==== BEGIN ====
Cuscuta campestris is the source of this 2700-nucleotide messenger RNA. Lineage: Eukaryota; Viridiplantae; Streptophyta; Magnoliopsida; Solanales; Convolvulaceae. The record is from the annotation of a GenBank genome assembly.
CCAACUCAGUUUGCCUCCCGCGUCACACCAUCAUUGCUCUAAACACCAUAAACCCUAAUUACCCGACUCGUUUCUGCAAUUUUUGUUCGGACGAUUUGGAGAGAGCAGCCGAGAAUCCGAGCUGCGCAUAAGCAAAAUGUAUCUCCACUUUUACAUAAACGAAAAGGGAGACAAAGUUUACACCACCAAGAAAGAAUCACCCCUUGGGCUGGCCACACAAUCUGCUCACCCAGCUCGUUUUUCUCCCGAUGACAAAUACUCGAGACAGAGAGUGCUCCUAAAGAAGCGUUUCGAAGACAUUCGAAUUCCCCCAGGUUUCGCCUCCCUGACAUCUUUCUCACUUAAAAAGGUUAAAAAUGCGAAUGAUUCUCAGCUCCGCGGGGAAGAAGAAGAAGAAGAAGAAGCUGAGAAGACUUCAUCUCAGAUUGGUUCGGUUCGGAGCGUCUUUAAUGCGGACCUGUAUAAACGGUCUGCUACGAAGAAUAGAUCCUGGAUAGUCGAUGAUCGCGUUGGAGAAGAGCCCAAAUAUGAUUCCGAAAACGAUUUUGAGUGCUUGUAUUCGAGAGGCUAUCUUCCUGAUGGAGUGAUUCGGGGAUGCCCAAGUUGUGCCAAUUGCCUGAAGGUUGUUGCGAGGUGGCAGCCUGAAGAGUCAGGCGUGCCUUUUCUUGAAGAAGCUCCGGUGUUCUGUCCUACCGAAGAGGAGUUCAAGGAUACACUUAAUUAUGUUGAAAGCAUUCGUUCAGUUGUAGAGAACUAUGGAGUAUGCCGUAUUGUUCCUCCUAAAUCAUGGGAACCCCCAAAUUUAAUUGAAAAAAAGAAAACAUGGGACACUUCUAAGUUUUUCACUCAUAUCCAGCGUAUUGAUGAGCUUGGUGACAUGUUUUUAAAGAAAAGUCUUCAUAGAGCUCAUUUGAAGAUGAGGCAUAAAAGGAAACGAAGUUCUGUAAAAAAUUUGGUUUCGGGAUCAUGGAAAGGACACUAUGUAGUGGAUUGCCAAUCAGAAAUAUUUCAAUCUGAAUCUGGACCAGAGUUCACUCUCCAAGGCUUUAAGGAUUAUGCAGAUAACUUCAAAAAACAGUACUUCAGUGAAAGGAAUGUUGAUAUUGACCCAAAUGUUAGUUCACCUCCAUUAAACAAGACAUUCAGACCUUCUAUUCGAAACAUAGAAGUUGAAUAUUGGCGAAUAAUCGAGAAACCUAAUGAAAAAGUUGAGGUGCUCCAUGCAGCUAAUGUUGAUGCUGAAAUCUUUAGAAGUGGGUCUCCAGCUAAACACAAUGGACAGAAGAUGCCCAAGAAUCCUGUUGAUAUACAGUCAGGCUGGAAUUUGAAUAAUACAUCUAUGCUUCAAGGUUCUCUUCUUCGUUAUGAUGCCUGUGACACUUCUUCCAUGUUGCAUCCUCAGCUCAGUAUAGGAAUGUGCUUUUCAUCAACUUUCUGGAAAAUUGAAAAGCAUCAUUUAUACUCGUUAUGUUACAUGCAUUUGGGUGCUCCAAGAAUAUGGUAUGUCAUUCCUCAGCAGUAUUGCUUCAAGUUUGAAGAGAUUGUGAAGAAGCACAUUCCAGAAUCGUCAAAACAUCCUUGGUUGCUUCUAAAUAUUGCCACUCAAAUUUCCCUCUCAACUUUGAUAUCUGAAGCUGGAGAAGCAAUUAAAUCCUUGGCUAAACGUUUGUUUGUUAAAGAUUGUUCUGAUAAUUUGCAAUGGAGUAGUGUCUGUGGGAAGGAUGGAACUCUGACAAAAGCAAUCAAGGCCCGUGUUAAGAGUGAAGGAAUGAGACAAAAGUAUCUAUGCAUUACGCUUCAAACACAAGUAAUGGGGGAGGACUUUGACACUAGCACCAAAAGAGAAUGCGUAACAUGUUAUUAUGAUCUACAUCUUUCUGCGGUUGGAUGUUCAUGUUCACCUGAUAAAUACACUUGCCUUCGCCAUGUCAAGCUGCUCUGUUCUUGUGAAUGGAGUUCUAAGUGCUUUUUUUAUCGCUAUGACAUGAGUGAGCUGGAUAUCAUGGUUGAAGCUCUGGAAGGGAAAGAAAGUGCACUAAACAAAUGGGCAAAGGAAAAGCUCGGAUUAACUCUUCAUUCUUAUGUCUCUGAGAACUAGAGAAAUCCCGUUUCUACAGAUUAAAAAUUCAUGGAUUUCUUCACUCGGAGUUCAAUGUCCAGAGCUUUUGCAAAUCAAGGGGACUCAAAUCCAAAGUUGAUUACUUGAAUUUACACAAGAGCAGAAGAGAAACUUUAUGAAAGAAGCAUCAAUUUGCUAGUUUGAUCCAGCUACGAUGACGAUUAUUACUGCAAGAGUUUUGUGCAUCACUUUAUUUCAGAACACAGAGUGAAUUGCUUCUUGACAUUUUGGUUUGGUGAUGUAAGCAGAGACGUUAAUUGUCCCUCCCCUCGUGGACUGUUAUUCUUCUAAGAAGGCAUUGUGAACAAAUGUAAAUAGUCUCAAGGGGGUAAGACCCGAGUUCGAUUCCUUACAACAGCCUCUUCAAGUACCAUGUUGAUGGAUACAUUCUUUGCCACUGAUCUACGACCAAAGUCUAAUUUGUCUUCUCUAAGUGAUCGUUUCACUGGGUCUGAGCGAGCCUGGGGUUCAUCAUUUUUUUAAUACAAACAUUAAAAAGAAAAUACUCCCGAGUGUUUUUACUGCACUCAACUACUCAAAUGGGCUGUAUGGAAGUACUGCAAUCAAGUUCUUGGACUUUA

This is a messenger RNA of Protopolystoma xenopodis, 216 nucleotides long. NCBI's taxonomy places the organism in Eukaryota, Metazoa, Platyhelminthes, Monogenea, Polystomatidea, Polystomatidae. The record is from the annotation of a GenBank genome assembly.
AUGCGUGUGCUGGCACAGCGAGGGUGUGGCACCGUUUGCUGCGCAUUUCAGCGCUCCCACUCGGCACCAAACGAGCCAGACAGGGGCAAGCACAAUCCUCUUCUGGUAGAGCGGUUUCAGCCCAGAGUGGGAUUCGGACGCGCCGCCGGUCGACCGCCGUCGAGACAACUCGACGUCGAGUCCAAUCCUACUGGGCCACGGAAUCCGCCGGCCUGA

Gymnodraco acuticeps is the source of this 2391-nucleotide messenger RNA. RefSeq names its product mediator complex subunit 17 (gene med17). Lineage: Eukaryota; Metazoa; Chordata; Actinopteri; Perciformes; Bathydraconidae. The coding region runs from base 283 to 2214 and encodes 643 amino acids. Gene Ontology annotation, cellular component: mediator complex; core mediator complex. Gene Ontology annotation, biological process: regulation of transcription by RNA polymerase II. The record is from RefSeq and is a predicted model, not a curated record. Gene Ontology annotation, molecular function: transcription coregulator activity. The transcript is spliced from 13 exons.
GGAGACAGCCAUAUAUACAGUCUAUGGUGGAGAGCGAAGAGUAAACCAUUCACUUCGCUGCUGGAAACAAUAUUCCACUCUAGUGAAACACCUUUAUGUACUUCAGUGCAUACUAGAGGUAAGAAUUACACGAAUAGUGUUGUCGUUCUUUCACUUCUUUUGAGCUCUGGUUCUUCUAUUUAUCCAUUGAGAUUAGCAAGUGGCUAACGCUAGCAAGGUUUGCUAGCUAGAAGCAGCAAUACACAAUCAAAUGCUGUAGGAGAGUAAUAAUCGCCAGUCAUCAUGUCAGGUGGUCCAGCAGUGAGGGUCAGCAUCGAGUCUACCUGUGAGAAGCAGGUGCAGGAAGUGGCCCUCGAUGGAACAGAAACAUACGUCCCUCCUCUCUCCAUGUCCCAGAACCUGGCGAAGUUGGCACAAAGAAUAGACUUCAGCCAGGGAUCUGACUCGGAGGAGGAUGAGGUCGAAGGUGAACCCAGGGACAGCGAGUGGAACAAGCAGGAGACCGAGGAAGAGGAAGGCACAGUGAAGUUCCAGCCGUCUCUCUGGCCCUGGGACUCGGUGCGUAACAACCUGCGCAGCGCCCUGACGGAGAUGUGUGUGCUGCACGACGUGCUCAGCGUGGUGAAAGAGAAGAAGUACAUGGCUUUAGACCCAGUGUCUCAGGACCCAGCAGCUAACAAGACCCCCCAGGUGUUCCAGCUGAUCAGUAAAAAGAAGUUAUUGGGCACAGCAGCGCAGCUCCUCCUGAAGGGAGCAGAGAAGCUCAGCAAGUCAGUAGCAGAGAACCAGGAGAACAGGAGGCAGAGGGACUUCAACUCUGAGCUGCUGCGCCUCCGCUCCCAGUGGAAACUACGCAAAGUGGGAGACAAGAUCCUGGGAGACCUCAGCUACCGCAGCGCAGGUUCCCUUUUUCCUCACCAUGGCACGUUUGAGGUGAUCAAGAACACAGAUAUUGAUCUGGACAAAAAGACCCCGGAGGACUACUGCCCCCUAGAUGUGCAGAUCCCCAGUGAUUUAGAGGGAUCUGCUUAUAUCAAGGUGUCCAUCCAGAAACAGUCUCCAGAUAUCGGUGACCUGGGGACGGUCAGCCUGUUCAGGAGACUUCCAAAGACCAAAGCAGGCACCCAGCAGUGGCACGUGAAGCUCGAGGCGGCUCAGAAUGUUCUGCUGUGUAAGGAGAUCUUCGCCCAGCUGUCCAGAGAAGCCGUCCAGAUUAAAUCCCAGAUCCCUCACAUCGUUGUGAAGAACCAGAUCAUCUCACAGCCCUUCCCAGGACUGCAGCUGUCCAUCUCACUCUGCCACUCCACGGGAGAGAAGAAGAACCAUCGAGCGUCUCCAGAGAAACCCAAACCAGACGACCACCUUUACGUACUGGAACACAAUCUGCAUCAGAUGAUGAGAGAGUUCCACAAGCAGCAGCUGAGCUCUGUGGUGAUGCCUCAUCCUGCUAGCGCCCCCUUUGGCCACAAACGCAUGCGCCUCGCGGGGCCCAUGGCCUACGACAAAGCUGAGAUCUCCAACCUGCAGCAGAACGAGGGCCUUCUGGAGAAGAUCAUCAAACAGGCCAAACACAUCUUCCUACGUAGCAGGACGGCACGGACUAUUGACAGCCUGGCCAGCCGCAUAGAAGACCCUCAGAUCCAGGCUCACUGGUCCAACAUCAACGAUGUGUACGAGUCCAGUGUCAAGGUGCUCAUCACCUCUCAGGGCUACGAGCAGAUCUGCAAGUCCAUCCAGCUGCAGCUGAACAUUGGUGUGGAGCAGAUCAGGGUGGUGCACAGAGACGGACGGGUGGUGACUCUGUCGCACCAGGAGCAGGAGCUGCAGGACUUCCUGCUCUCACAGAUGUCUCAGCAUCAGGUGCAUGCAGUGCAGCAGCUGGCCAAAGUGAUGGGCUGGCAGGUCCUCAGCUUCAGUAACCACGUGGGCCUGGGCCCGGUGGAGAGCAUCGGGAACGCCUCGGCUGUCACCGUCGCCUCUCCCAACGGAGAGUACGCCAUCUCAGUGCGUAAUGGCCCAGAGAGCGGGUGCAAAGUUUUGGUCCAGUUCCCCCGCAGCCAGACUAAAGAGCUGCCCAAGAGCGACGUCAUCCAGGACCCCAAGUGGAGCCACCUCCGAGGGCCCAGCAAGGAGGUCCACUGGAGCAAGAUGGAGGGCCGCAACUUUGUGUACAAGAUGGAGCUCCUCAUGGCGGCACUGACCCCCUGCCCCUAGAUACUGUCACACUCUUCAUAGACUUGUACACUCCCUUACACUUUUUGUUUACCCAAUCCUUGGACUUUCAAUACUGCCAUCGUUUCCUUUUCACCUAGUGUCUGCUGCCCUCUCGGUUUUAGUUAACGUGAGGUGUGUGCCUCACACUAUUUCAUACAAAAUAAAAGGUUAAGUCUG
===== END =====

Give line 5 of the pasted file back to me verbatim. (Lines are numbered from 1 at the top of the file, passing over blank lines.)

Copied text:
Gymnodraco acuticeps is the source of this 2391-nucleotide messenger RNA. RefSeq names its product mediator complex subunit 17 (gene med17). Lineage: Eukaryota; Metazoa; Chordata; Actinopteri; Perciformes; Bathydraconidae. The coding region runs from base 283 to 2214 and encodes 643 amino acids. Gene Ontology annotation, cellular component: mediator complex; core mediator complex. Gene Ontology annotation, biological process: regulation of transcription by RNA polymerase II. The record is from RefSeq and is a predicted model, not a curated record. Gene Ontology annotation, molecular function: transcription coregulator activity. The transcript is spliced from 13 exons.